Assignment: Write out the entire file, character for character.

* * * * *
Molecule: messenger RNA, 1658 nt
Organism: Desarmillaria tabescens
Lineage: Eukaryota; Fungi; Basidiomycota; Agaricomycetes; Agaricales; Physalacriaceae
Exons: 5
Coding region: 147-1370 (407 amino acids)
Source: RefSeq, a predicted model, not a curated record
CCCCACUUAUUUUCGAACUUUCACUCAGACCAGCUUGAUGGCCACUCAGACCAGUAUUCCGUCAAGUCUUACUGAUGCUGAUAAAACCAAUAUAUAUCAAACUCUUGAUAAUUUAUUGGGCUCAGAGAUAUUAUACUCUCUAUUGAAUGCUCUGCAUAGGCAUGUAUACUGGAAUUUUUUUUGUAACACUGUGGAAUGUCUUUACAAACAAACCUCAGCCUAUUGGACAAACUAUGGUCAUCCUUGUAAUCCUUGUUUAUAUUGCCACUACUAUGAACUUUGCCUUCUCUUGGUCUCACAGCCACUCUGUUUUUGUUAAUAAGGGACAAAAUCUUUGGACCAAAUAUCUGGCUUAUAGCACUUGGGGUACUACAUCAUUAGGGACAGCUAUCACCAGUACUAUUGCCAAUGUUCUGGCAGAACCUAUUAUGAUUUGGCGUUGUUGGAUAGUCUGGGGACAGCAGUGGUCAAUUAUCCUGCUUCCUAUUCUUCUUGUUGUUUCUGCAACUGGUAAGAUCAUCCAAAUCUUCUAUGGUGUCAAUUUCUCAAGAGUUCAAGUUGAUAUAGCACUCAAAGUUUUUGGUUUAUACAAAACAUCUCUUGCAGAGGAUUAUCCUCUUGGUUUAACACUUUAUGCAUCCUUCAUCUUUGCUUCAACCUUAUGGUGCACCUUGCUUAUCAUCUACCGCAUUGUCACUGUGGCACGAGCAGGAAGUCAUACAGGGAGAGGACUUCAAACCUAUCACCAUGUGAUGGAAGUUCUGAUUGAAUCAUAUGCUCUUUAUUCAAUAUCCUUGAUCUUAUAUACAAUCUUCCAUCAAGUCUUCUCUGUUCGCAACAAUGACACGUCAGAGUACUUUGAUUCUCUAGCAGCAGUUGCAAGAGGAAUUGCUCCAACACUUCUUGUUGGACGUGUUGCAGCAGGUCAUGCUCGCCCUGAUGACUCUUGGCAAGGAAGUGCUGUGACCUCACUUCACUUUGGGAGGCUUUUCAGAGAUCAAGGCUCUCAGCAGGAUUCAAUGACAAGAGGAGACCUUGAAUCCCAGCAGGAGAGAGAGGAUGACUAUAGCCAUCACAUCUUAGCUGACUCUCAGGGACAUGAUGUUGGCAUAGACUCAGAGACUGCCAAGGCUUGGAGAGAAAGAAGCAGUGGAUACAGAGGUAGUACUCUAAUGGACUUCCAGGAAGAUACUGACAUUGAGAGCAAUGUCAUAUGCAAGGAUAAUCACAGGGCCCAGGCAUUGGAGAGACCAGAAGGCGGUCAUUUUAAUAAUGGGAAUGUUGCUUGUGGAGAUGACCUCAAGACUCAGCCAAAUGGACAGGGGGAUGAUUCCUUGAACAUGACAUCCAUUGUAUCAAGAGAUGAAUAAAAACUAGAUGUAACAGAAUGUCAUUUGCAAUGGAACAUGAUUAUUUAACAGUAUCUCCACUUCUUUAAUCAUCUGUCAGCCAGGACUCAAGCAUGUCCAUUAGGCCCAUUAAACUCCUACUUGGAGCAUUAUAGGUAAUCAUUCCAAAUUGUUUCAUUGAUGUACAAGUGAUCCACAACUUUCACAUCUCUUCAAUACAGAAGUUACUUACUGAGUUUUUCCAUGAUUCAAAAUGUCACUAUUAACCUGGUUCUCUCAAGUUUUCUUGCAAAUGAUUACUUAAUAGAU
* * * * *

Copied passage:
Molecule: messenger RNA, 1658 nt
Organism: Desarmillaria tabescens
Lineage: Eukaryota; Fungi; Basidiomycota; Agaricomycetes; Agaricales; Physalacriaceae
Exons: 5
Coding region: 147-1370 (407 amino acids)
Source: RefSeq, a predicted model, not a curated record
CCCCACUUAUUUUCGAACUUUCACUCAGACCAGCUUGAUGGCCACUCAGACCAGUAUUCCGUCAAGUCUUACUGAUGCUGAUAAAACCAAUAUAUAUCAAACUCUUGAUAAUUUAUUGGGCUCAGAGAUAUUAUACUCUCUAUUGAAUGCUCUGCAUAGGCAUGUAUACUGGAAUUUUUUUUGUAACACUGUGGAAUGUCUUUACAAACAAACCUCAGCCUAUUGGACAAACUAUGGUCAUCCUUGUAAUCCUUGUUUAUAUUGCCACUACUAUGAACUUUGCCUUCUCUUGGUCUCACAGCCACUCUGUUUUUGUUAAUAAGGGACAAAAUCUUUGGACCAAAUAUCUGGCUUAUAGCACUUGGGGUACUACAUCAUUAGGGACAGCUAUCACCAGUACUAUUGCCAAUGUUCUGGCAGAACCUAUUAUGAUUUGGCGUUGUUGGAUAGUCUGGGGACAGCAGUGGUCAAUUAUCCUGCUUCCUAUUCUUCUUGUUGUUUCUGCAACUGGUAAGAUCAUCCAAAUCUUCUAUGGUGUCAAUUUCUCAAGAGUUCAAGUUGAUAUAGCACUCAAAGUUUUUGGUUUAUACAAAACAUCUCUUGCAGAGGAUUAUCCUCUUGGUUUAACACUUUAUGCAUCCUUCAUCUUUGCUUCAACCUUAUGGUGCACCUUGCUUAUCAUCUACCGCAUUGUCACUGUGGCACGAGCAGGAAGUCAUACAGGGAGAGGACUUCAAACCUAUCACCAUGUGAUGGAAGUUCUGAUUGAAUCAUAUGCUCUUUAUUCAAUAUCCUUGAUCUUAUAUACAAUCUUCCAUCAAGUCUUCUCUGUUCGCAACAAUGACACGUCAGAGUACUUUGAUUCUCUAGCAGCAGUUGCAAGAGGAAUUGCUCCAACACUUCUUGUUGGACGUGUUGCAGCAGGUCAUGCUCGCCCUGAUGACUCUUGGCAAGGAAGUGCUGUGACCUCACUUCACUUUGGGAGGCUUUUCAGAGAUCAAGGCUCUCAGCAGGAUUCAAUGACAAGAGGAGACCUUGAAUCCCAGCAGGAGAGAGAGGAUGACUAUAGCCAUCACAUCUUAGCUGACUCUCAGGGACAUGAUGUUGGCAUAGACUCAGAGACUGCCAAGGCUUGGAGAGAAAGAAGCAGUGGAUACAGAGGUAGUACUCUAAUGGACUUCCAGGAAGAUACUGACAUUGAGAGCAAUGUCAUAUGCAAGGAUAAUCACAGGGCCCAGGCAUUGGAGAGACCAGAAGGCGGUCAUUUUAAUAAUGGGAAUGUUGCUUGUGGAGAUGACCUCAAGACUCAGCCAAAUGGACAGGGGGAUGAUUCCUUGAACAUGACAUCCAUUGUAUCAAGAGAUGAAUAAAAACUAGAUGUAACAGAAUGUCAUUUGCAAUGGAACAUGAUUAUUUAACAGUAUCUCCACUUCUUUAAUCAUCUGUCAGCCAGGACUCAAGCAUGUCCAUUAGGCCCAUUAAACUCCUACUUGGAGCAUUAUAGGUAAUCAUUCCAAAUUGUUUCAUUGAUGUACAAGUGAUCCACAACUUUCACAUCUCUUCAAUACAGAAGUUACUUACUGAGUUUUUCCAUGAUUCAAAAUGUCACUAUUAACCUGGUUCUCUCAAGUUUUCUUGCAAAUGAUUACUUAAUAGAU